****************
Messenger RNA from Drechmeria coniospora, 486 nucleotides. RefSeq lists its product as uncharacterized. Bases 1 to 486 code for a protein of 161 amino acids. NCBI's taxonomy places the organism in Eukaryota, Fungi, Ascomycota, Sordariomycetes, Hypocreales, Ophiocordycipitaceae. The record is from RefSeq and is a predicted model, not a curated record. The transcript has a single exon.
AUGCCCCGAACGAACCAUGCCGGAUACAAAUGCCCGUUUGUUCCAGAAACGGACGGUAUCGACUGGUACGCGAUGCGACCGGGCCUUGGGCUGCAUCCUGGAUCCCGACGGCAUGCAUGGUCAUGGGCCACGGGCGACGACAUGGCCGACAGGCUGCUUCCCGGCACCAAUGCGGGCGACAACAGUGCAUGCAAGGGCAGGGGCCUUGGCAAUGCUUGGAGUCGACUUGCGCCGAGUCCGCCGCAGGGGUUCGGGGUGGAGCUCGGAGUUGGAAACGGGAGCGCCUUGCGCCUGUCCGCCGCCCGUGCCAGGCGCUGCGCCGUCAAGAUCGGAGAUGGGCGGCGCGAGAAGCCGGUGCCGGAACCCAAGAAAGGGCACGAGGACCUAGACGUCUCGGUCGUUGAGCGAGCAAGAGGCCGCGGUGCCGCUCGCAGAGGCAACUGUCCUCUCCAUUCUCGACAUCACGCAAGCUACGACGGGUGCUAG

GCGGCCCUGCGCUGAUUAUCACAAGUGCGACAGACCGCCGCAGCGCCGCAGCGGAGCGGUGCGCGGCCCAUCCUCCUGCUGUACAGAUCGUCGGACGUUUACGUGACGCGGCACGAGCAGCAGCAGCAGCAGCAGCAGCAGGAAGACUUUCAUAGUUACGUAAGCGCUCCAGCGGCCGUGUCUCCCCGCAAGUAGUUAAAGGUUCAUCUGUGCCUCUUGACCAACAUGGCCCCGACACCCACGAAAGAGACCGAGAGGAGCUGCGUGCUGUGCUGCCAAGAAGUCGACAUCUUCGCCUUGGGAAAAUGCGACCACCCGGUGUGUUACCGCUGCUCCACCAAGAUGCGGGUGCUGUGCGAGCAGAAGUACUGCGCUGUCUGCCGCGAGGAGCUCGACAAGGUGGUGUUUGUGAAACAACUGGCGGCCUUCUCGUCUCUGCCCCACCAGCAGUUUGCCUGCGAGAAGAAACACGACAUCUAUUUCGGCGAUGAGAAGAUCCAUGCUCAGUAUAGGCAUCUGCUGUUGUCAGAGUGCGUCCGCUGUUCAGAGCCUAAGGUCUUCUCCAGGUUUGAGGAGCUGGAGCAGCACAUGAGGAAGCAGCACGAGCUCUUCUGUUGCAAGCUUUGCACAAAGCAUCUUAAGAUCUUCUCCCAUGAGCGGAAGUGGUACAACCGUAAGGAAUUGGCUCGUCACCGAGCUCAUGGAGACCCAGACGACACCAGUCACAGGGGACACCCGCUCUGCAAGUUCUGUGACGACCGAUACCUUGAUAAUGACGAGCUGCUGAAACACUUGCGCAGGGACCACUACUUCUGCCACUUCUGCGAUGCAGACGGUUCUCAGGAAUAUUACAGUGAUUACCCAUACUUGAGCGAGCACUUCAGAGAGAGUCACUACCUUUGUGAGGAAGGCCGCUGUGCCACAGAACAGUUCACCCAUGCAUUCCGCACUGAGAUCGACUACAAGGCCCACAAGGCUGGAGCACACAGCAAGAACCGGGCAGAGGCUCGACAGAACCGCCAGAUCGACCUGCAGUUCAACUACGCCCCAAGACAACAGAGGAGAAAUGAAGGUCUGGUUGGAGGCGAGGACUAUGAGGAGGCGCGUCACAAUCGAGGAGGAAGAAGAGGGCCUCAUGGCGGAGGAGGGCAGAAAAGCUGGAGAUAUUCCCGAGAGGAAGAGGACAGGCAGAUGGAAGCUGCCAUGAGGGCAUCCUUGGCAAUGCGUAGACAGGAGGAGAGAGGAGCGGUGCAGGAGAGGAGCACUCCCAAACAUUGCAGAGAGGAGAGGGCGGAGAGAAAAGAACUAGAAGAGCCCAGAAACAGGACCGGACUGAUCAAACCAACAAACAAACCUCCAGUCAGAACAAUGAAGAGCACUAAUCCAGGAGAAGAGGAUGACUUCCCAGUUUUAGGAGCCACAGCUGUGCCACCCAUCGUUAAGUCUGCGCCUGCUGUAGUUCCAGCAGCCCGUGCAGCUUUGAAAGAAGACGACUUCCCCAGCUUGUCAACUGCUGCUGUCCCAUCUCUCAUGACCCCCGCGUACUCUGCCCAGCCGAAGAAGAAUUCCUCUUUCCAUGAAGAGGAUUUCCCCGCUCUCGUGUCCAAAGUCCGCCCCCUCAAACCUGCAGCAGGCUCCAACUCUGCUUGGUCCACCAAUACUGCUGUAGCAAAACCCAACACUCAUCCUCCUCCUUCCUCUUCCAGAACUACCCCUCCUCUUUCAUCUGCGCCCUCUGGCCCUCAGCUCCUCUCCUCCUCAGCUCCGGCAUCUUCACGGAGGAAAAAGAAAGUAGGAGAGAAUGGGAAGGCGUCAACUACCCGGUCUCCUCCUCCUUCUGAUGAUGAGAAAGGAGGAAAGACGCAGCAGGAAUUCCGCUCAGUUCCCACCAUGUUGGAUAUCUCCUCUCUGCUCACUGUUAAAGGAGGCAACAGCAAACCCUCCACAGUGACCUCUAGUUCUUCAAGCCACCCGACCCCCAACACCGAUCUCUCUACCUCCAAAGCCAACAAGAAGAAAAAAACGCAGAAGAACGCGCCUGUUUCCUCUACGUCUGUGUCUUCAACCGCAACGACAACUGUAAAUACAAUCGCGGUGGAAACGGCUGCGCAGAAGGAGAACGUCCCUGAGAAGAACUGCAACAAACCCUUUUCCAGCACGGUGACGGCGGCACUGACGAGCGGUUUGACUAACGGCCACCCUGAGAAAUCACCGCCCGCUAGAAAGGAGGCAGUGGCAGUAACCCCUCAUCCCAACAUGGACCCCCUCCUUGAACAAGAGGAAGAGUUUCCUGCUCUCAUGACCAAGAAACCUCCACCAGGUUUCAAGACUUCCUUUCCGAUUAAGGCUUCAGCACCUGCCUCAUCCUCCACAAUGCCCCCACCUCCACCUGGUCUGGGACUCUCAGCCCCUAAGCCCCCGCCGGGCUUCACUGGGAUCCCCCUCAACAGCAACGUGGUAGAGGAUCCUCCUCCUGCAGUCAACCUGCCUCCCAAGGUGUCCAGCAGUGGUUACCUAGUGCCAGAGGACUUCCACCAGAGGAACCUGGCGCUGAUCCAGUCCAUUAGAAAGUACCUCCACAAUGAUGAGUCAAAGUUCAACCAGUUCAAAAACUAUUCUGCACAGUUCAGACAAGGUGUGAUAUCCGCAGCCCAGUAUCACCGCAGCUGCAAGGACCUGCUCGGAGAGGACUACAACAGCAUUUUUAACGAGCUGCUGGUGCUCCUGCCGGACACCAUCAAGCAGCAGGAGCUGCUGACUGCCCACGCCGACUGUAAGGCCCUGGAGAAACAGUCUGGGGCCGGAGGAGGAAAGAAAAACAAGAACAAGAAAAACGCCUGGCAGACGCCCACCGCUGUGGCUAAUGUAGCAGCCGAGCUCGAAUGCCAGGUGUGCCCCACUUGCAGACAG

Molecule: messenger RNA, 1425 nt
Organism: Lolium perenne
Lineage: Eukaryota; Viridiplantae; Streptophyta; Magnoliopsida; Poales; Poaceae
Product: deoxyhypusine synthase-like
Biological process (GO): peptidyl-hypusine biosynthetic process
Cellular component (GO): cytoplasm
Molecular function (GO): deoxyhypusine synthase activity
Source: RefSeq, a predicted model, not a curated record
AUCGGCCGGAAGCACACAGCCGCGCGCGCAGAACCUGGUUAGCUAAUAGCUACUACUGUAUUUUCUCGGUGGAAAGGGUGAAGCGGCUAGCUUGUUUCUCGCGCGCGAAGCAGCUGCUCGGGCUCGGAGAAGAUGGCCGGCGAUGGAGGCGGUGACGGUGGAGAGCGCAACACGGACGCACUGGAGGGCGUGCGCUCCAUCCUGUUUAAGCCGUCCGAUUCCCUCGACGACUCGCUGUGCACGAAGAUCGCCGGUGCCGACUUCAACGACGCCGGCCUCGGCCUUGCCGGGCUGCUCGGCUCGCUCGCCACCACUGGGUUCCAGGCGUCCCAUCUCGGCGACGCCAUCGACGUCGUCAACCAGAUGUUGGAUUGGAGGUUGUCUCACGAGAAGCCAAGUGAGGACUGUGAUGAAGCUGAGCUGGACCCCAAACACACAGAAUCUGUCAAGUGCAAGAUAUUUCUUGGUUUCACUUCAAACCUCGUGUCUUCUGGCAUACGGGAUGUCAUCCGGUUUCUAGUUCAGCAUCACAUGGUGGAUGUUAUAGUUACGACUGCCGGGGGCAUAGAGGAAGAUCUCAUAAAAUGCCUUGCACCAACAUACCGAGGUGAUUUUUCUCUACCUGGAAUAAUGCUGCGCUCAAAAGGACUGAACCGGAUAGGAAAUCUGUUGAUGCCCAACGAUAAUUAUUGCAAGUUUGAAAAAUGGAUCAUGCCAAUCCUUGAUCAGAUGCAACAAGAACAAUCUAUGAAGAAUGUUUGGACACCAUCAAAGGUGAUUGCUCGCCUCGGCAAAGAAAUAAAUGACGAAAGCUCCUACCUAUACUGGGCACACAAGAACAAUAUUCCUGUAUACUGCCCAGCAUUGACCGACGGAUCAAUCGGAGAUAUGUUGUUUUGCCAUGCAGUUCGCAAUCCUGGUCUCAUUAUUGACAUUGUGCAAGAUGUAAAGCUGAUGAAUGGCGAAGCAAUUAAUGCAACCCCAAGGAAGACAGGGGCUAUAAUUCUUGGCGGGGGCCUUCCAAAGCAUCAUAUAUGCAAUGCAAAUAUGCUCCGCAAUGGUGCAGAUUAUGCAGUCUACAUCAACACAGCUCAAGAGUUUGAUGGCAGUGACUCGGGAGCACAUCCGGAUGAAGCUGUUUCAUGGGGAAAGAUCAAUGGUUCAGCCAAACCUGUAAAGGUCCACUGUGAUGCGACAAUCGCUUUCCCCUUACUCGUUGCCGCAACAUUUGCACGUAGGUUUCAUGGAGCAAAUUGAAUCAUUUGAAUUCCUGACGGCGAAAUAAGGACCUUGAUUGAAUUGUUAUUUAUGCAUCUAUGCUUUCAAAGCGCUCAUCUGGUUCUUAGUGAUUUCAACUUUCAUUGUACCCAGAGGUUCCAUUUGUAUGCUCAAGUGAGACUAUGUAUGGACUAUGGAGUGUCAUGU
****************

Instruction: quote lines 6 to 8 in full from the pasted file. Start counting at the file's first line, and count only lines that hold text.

Lineage: Eukaryota; Viridiplantae; Streptophyta; Magnoliopsida; Poales; Poaceae
Product: deoxyhypusine synthase-like
Biological process (GO): peptidyl-hypusine biosynthetic process